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November 2015
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MAW - Management of Academic Workloads

MAW Steering Group

Debbie Thiara

Debbie Thiara, BA (Hons) in Psychology
Senior Policy Adviser, Government, Defence, Education Team, Health and Safety Executive

Debbie Thiara has had a varied career in the Health and Safety Executive spanning over 30 years. She has been involved in a range of issues and is currently part of a team taking forward the Health and Safety Executive’s key priority areas of work in health and safety, including work-related stress, with particular responsibility for encouraging implementation of HSE’s Management Standards for work-related stress in the Local Authorities, Central Government and Education Sectors

Jane Thompson 

University and College Union 

Jane works for the University and College Union in the Higher Education department and is involved in all aspects of industrial relations. She has a lead role within the team for Equality and Health and Safety and is also currently working with elected members on workload issues.

Nicola Dandridge 

Chief Executive of Equality Challenge Unit. The Unit supports the higher education sector in promoting equality and diversity for all staff and students.  

Helen Fairfoul

Deputy Chief Executive of Universities and Colleges Employer Association(UCEA).  

Professor Helen Valentine

Deputy Vice Chancellor Anglia Ruskin University. Portfolio includes responsibility for all HR and Student Experience issues. HR role includes lead responsibility for all negotiations with Trades Unions and for leading on Equality and Diversity for the University.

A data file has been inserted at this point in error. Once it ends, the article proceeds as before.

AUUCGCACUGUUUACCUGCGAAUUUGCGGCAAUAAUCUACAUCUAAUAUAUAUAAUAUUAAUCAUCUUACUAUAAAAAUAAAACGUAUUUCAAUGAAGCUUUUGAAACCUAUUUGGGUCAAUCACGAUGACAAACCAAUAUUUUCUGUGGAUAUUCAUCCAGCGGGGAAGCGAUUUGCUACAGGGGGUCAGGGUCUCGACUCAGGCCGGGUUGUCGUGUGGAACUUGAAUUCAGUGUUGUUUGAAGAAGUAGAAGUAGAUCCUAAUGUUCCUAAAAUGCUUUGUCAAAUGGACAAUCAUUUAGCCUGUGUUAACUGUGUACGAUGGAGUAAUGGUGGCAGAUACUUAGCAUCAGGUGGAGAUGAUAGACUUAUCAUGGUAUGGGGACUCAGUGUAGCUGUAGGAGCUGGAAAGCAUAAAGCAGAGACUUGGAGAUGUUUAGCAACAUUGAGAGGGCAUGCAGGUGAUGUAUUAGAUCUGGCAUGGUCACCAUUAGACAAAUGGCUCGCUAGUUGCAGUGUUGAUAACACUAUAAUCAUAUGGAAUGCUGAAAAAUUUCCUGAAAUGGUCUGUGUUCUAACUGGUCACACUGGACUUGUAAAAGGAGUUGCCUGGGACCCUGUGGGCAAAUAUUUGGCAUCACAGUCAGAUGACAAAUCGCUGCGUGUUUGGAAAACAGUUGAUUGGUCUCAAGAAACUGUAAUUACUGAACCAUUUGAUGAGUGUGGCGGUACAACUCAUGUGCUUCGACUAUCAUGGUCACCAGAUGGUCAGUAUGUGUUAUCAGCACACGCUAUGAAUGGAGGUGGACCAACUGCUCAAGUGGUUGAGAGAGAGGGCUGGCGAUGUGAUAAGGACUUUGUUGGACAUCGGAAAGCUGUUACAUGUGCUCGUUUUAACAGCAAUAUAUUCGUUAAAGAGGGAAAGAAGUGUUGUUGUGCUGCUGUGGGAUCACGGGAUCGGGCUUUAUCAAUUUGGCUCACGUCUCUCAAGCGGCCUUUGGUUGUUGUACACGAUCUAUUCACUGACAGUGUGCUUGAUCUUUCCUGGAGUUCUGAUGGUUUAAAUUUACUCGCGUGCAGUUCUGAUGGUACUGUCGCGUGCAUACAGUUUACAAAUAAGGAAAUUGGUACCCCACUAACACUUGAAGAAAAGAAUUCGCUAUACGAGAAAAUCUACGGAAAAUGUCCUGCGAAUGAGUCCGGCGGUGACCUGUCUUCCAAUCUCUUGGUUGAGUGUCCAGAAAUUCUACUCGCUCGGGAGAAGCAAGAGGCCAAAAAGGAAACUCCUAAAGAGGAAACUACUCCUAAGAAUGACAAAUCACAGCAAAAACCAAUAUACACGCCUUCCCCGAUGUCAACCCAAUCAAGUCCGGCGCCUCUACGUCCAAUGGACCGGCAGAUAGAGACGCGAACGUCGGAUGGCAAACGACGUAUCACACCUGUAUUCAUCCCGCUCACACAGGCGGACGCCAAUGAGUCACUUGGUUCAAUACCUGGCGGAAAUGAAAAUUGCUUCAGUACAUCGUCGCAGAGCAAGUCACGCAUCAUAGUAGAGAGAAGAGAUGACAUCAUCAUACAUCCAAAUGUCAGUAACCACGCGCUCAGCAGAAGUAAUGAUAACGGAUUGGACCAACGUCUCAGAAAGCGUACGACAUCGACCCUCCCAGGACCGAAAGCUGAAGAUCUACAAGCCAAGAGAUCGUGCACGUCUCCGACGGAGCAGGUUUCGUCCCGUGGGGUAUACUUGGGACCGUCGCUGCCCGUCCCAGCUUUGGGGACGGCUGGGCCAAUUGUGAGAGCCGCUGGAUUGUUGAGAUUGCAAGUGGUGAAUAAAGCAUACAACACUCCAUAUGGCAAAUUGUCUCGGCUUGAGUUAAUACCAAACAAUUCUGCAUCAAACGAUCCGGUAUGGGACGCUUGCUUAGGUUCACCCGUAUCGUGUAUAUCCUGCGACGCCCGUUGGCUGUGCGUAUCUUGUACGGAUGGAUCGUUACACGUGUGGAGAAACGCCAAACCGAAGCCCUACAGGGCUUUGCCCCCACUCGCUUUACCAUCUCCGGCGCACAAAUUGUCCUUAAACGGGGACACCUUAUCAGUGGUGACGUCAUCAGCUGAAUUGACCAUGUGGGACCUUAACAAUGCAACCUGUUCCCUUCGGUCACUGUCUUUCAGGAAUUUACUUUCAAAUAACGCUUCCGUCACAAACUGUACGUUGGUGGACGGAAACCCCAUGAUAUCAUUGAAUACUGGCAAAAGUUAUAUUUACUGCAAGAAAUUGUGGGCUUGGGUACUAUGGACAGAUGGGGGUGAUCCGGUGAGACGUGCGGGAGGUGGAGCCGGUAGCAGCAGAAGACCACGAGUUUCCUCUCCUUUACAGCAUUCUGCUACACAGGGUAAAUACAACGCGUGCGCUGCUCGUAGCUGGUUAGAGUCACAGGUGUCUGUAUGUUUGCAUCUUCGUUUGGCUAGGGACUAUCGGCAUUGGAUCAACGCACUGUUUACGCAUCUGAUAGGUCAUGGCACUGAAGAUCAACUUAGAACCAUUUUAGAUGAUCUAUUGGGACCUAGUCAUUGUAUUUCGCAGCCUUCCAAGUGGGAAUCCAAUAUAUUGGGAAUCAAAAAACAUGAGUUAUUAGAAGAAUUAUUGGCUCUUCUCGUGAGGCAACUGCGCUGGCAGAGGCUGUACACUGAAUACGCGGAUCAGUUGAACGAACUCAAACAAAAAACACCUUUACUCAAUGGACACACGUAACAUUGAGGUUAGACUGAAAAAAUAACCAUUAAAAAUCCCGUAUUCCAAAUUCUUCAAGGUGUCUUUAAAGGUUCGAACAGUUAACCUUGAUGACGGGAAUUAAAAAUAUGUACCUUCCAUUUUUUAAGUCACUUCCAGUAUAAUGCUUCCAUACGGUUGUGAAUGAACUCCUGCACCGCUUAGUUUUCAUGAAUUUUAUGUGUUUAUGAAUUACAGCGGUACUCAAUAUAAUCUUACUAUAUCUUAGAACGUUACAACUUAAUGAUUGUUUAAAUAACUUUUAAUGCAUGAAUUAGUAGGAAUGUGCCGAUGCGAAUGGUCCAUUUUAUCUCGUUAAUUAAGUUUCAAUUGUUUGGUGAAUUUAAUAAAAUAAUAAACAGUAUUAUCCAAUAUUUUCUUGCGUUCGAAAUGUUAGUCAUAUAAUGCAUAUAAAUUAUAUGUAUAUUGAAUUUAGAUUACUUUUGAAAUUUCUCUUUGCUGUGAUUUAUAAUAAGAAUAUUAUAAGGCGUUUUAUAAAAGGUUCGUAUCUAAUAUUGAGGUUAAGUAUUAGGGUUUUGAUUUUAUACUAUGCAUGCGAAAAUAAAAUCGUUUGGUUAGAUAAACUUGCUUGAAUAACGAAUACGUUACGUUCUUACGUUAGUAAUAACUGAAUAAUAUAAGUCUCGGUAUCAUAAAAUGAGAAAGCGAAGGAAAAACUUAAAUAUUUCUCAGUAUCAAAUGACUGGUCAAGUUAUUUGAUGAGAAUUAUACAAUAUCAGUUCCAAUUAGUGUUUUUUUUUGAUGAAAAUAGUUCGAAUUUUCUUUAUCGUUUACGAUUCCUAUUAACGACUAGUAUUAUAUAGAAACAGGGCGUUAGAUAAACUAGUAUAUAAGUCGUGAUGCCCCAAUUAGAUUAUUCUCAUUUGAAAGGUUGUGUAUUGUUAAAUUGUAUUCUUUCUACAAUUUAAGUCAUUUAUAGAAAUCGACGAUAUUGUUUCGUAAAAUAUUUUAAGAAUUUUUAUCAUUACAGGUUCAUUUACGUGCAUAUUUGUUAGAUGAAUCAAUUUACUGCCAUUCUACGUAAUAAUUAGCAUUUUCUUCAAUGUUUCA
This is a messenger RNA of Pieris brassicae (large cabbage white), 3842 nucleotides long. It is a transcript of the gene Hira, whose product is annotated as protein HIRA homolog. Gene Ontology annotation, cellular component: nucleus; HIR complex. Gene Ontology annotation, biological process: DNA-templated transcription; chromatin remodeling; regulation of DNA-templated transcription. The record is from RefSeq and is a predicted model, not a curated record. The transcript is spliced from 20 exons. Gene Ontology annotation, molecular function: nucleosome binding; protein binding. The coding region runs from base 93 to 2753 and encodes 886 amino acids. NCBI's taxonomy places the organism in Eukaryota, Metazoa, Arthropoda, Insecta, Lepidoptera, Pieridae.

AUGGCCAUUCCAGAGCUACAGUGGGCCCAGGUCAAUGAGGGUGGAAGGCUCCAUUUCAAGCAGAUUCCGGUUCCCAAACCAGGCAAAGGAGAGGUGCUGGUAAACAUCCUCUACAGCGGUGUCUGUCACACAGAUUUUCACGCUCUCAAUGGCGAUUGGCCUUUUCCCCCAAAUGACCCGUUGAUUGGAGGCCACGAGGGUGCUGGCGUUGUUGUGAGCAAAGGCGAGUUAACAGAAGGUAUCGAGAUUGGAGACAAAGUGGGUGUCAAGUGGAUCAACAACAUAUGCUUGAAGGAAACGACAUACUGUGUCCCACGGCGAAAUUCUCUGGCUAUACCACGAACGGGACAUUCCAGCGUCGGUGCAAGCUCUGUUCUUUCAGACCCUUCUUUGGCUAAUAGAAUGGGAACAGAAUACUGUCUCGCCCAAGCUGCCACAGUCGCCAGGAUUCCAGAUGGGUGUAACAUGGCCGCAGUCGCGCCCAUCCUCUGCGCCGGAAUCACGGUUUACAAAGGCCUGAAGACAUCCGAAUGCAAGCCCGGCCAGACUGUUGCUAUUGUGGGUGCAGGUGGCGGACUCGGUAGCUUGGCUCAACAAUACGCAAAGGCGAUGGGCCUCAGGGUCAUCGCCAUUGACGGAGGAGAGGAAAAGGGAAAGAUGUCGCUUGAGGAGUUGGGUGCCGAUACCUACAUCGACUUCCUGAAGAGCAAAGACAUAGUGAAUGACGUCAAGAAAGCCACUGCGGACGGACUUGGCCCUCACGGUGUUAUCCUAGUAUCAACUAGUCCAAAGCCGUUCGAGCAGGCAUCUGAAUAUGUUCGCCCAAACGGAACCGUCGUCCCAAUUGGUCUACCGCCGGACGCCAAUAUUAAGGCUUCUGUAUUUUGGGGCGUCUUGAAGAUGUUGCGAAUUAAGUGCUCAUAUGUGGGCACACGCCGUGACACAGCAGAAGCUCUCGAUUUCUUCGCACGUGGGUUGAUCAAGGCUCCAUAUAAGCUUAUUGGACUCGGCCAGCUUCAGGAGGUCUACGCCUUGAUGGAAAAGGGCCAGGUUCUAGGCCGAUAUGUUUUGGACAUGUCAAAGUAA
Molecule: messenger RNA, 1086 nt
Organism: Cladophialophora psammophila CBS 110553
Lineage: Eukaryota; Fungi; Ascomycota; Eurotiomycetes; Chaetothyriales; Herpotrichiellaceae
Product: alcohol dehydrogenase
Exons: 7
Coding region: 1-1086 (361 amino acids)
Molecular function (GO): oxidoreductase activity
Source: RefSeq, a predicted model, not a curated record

Steering Group Meeting 19th March 2008

At the meeting of the steering group with the partnership coordinators a number of points were discussed, summarised below, that will help steer the project.

1 The organisational responsibility to assess the impact of any changes to managing workloads, so that they do actually result in patterns of working that help to reduce stress levels, and how this information can be gained - surveys, questionnaires etc to monitor the process.

2 The effect of research not being explicitly accounted for within workloads and the extra impact this might have on certain groups.

3 The relationship between informal methods of allocating work and transparency in operation. The potential for such an informal approach to operate through 'paternalistic' patterns that perpetuate the status quo.

4 The need to unite local academic leadership and University level activity, with inputs from HR especially in the review of operations to ensure transparency, equity and that equality and diversity challenges are met, both in the short and longer term, for example in relation to promotion.

5 The consideration of all academic staff within the models, taking into account the needs of fractional and associate staff.

6 The problem of managing the tensions between managerialism and staff autonomy

7 As an output from the project, the production of a series of questions to check that a university's approach is fulfilling particular requirements, and has taken consideration of obligations for example on equality and diversity issues.


 Steering Group Meeting 12th March 2009

1 At the steering group meeting the presentation made covered the partnership activity, the information material made available and the dissemination of findings through the website and the forthcoming launch event in Septmeber 17th at the RICS, Great George streeet London. Discussion followed and useful guidance given on various issues updating from the items above.

2 The steering group gave advice on potential speakers for the launch,  potential profile of the guest list, topics and publicity material.